TV Writer Abi Kinsella encourages people to watch BBC Four’s Detectorists, enthralled by its nuanced displays of love and relationships
Detectorists is a show about finding gold. There is an obvious metaphor I could use here. I could say that to find Detectorists, nestled away on BBC Four with a modest 19 episodes (three series of six episodes and a Christmas special, all with a half-hour run-time) is to find gold. Except I don’t think that to claim that Detectorists is gold reaches the heart of what makes it the masterpiece that it is. To find Detectorists is to find a sketchbook. The pages are yellowed and fuzzy, from the repeated touch of fingertips that have leafed through them again and again and again. Each mark on the pages inside is many scores thick. There are whispers of old, erased strokes in faded lines in the background. Whoever produced the drawings has done so meticulously, laboriously and with utmost care.
They are depictions of you and everyone you hold dear. Tiny, intricate portraits of quirks and idiosyncrasies that you had not even noticed. Details of behaviour beyond those of observation, but that instead speak of a profound love and understanding of humanity, in all its unglamorous and quiet glory.
The way I see it, Detectorists is a show about love, in so many forms, and the ways that those types of love interact. The way that the romantic love between Andy (Mackenzie Crook) and Becky (Rachael Stirling) is complicated by Becky’s love of adventure and Andy’s love of stability. The way that Andy’s love of stability is intrinsically bound with fraternal love for his best friend Lance (Toby Jones), and the way that his paternal love for his son Stanley (Jacob and Isabella Hill) manifests as fear because of this. The list goes on, forming an intricate web of profound feeling, spun from the cohesive thread of Andy and Lance’s love of metal detecting.
Andy and Lance’s detecting excursions – long sweeping shots of pastoral idylls that zoom in on the pair mid-way through setting the world to rights – punctuate the episodes. It is in these moments that you marvel at the inextricable closeness between the two, who finish each other’s sentences and anticipate each others’ thoughts, often with exasperation. Never is the affection overt, but it leeches into every moment that they are on screen together.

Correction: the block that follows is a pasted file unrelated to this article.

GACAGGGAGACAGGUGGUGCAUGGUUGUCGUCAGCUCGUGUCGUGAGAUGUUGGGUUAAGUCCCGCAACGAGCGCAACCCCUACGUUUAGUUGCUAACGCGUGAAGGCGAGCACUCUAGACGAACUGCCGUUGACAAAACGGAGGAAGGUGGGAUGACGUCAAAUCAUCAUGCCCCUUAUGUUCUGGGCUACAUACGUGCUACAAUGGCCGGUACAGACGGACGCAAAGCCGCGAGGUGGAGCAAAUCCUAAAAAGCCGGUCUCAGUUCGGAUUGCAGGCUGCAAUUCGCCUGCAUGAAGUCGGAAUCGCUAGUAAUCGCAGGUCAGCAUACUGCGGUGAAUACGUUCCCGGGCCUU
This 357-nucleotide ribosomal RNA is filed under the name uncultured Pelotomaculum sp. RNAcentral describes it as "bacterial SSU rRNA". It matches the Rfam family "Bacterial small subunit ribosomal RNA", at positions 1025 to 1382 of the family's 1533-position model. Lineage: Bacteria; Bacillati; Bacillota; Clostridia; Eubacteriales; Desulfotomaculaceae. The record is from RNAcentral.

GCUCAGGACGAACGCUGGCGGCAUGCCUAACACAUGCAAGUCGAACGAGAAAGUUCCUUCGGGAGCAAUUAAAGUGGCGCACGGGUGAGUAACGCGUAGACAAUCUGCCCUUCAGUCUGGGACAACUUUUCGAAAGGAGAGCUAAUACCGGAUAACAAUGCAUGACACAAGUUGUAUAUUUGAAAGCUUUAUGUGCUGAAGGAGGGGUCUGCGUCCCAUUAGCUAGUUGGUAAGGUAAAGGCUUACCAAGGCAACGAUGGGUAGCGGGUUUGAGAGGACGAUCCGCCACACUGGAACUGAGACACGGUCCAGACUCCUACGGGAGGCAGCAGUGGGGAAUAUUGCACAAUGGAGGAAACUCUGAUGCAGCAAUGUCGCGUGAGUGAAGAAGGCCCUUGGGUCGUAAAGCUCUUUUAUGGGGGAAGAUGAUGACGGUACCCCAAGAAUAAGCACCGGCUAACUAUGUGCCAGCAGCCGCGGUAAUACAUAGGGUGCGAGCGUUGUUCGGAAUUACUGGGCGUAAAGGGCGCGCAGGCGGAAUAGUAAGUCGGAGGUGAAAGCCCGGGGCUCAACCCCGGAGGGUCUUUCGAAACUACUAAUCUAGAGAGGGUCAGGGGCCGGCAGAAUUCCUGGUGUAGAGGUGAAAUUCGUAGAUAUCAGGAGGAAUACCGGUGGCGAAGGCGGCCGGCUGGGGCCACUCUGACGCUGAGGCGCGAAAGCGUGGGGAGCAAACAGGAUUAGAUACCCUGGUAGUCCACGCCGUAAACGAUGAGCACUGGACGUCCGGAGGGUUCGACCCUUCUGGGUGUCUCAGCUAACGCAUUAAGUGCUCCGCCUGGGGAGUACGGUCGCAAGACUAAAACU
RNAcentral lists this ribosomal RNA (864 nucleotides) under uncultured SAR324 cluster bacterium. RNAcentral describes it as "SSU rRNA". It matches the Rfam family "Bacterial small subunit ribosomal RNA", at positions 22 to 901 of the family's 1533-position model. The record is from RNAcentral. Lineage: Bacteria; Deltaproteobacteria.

This is one of the many geniuses of the show. A show about love could so easily be saccharine, but Detectorists is far from it, because so much is left unspoken. ‘She said you love me.’ Andy smirks, in the finale to Series Two. ‘You love me too.’ Becky replies bitterly, with a scowl that is trying terribly hard not to smile. Such is the quality of the acting, the depth of the worldbuilding and the precision of the dialogue that the silences are filled by implicit understanding from the audience.
The types of laughs that Detectorists produces are warm chuckles rather than belly laughs. Sometimes you are laughing through tears, because you care so much about their stories. The characters are so three-dimensional that you could convince yourself that they are real. You wonder what they’re doing right now. And you arrive at the answer that they’re probably turning to their friend, raising their detector to the sky, and asking, ‘Pub?’.
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